First the coverage:
People in the U.S. know more about basic science today than they did two decades ago, good news that researchers say is tempered by an unsettling growth in the belief in pseudoscience such as astrology and visits by extraterrestrial aliens.
In 1988 only about 10 percent knew enough about science to understand reports in major newspapers, a figure that grew to 28 percent by 2005, according to Jon D. Miller, a Michigan State University professor. He presented his findings Saturday at the annual meeting of the American Association for the Advancement of Science.
A panel of researchers expressed concern that people are giving increasing credence to pseudoscience such as the visits of space aliens, lucky numbers and horoscopes.
In addition, these researchers noted an increase in college students who report they are "unsure" about creationism as compared with evolution.
And now Lynch:
So, science literacy is clearly increasing ... but at the same time pseudoscientific beliefs are also increasing. It strikes me that this may be a problem for us as educators in that we might be teaching students (and thus the public) scientific facts but not teaching them how to think scientifically.
While Lynch's concerns might be well placed, they might not be. The article he quotes simply does not give us enough information to make a judgment. Science literacy is on the rise as measured by understanding of newspaper science articles. There is no measure of the quality or quantity of those articles. If one science topic gets intense coverage, and dominates newspaper science writing, most people will be able to say they have a basic understanding of "science writing." On the other hand, if a wide variety of topics are covered and most readers only understand one or two of those topics, then they will not be able to say they understand most science writing they encounter. By the same token, if most science writers were writing in depth articles on an early date and broad surveys at a later date, then most readers will claim a better understanding of science reporting on that later date, even though their understanding of science is no better than before.
I don't know if either of these actually is the case in the surveys mentioned in this article; the writer doesn't give us enough information to know what was being measured. While the science side of the equation is bad, the pseudoscience side of the equation is immeasurably worse (really, you can't measure it).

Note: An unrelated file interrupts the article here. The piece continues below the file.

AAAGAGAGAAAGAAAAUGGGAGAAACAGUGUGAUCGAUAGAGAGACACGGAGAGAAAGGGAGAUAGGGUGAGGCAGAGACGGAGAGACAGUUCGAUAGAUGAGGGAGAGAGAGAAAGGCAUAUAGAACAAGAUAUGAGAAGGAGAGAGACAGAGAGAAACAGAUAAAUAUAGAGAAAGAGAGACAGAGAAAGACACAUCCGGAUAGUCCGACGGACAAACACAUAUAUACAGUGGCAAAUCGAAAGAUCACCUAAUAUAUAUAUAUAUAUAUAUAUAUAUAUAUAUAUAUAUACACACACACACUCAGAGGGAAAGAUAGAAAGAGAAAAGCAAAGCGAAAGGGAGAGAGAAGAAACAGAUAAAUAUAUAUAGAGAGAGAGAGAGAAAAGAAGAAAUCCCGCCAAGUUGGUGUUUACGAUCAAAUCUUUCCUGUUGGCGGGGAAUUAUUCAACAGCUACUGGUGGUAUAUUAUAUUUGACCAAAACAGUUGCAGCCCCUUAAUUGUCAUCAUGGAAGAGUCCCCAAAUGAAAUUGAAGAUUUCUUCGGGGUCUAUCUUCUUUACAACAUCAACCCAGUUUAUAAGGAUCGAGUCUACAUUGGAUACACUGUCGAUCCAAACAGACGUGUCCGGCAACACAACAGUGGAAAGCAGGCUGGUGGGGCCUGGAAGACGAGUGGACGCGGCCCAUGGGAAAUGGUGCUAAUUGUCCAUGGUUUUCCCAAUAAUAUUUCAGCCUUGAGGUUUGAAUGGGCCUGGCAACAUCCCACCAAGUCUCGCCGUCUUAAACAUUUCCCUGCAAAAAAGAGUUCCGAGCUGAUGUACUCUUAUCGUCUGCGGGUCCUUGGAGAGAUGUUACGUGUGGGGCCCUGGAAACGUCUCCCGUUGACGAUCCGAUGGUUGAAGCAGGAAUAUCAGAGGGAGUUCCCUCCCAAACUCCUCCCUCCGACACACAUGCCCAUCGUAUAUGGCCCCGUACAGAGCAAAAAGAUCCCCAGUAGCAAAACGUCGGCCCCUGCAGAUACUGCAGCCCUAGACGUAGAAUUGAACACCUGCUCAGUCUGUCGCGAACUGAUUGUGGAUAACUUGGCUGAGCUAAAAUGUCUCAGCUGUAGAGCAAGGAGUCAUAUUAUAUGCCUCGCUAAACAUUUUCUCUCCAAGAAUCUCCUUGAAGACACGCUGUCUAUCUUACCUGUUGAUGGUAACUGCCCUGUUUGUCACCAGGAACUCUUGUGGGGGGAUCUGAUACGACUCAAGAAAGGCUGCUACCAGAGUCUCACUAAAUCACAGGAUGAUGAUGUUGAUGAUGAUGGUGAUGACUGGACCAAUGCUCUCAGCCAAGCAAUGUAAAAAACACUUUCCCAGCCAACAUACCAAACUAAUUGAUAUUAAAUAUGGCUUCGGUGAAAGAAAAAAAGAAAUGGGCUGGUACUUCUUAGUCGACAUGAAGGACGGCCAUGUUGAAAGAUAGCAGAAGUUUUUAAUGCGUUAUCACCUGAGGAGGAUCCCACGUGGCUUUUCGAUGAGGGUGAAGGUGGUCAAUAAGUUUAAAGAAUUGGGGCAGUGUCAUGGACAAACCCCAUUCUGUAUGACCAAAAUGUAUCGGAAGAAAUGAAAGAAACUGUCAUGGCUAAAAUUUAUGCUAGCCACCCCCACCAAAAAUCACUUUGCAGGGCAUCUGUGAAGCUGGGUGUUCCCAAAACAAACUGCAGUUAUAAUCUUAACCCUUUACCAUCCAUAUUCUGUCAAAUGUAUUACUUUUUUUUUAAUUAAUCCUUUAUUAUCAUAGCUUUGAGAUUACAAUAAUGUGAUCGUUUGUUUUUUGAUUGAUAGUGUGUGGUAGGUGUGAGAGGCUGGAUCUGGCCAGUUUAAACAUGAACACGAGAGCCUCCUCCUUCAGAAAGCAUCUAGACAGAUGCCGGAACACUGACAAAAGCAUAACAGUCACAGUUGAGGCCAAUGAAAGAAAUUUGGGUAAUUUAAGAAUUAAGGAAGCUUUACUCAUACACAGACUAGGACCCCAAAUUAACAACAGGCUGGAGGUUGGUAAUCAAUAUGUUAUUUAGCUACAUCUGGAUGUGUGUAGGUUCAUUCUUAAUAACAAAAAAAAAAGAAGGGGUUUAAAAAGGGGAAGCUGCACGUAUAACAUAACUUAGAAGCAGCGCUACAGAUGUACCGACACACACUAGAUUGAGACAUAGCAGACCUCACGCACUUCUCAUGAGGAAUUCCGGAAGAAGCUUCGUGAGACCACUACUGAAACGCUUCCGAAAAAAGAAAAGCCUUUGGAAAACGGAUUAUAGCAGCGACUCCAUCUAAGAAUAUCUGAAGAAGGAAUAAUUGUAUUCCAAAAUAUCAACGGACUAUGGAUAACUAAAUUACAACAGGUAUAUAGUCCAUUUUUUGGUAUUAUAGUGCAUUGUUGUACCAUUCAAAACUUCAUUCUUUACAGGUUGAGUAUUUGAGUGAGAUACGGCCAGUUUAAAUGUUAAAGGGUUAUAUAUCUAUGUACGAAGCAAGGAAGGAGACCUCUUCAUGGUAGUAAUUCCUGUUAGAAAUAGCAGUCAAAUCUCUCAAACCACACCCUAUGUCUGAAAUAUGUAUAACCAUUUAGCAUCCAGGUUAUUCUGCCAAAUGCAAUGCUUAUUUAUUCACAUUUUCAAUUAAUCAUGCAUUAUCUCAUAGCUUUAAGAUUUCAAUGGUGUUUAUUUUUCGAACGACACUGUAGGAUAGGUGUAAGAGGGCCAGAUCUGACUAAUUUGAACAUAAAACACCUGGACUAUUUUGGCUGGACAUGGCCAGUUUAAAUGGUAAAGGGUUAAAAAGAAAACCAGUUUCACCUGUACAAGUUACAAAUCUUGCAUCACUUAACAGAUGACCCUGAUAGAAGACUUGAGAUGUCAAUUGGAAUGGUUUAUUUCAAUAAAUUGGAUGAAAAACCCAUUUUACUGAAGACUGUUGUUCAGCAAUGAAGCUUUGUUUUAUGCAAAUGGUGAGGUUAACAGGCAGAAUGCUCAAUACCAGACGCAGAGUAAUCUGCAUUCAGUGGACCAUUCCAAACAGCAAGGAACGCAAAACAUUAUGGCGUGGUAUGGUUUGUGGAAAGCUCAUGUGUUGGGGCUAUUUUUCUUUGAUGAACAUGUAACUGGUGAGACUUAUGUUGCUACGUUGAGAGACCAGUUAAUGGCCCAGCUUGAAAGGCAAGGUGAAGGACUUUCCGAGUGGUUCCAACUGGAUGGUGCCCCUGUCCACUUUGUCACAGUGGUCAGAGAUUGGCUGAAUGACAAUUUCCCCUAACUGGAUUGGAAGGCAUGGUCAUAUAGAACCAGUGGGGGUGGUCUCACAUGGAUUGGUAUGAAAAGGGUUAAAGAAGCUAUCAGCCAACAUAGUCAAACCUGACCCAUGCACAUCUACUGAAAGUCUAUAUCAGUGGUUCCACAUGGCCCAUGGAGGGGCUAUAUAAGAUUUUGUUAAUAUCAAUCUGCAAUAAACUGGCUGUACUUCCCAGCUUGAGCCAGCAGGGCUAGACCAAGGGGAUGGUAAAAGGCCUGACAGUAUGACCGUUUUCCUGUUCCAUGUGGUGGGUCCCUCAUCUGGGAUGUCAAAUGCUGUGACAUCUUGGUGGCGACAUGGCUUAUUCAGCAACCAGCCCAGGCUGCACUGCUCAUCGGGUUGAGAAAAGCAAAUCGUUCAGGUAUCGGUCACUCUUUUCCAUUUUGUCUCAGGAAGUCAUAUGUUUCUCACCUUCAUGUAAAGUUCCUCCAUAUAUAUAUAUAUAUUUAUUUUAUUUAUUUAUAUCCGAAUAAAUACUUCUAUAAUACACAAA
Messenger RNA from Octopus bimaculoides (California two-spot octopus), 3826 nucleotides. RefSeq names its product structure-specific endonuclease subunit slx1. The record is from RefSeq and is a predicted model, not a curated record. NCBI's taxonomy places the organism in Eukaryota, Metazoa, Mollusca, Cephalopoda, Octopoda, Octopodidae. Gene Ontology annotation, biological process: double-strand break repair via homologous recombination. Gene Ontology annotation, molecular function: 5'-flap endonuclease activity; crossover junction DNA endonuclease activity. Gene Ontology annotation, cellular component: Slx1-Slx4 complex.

The AP article mentions a couple of pseudosciences and provides some data that belief in then is widespread and perhaps on the rise. While the article is able to provide an overall measure for understanding of "science," it's not able to provide a comprehensive definition of "pseudoscience," let alone a measure of its influence.
This is the problem with unorthodox beliefs. They have not generally been regarded as a fit subject for study. When a group of scholars began to study Jewish history in the last third of the nineteenth century, they created one of the first fields of non-national history. They defined Judaism as a rational social phenomenon. It would be almost a half-century before a scholar, Gershom Scholem, would manage to get a serious hearing for a history of the mystical--the non-rational--side of the Jewish experience. He essentially had to create a new field of study to pursue his interests.
What Scholem saw was that a movement toward the rational is often balanced by an equal movement toward the irrational. This is not true only in Jewish history, it is true, at least, in all Western history. The artistic rationalism of the Renaissance was accompanied by witch hunts and the growth of the inquisition. The scientific revolution in the seventeenth century also saw the birth of Rosecrusianism. The secularism of the French Revolution arrived at the same time as the birth of modern conspiratorialism centered on the Illuminati and other Freemasons. Finally, the triumph of scientific rationalism and bourgeois secularism in the second half of the nineteenth century was accompanied by spiritualism, Theosophy, and fundamentalism.
The theoretically inclined might call on Hegel at this point: every new synthesis is supposed to generate its own new antithesis for a new dialectic. I'm not prepared to say whether this is an iron law of history or merely a clever observation of how things have worked lately. In any case, it is true that a stong tradition of irrationalism has accompanied rationalism for the last three or four centuries. The problem is that historians and sociologists have focused more on the history of rational thought than they have on the history of irrational thought to the extent that we don't really even have the data to make a comparison of their basic strengths.
These days, I like to think of myself as a historian of the irrational. I hope that my small contribution to these debates will be to help provide a basic understanding of the question itself. If I can't do that, I, at least, want to make sure that some ripping good stories aren't lost.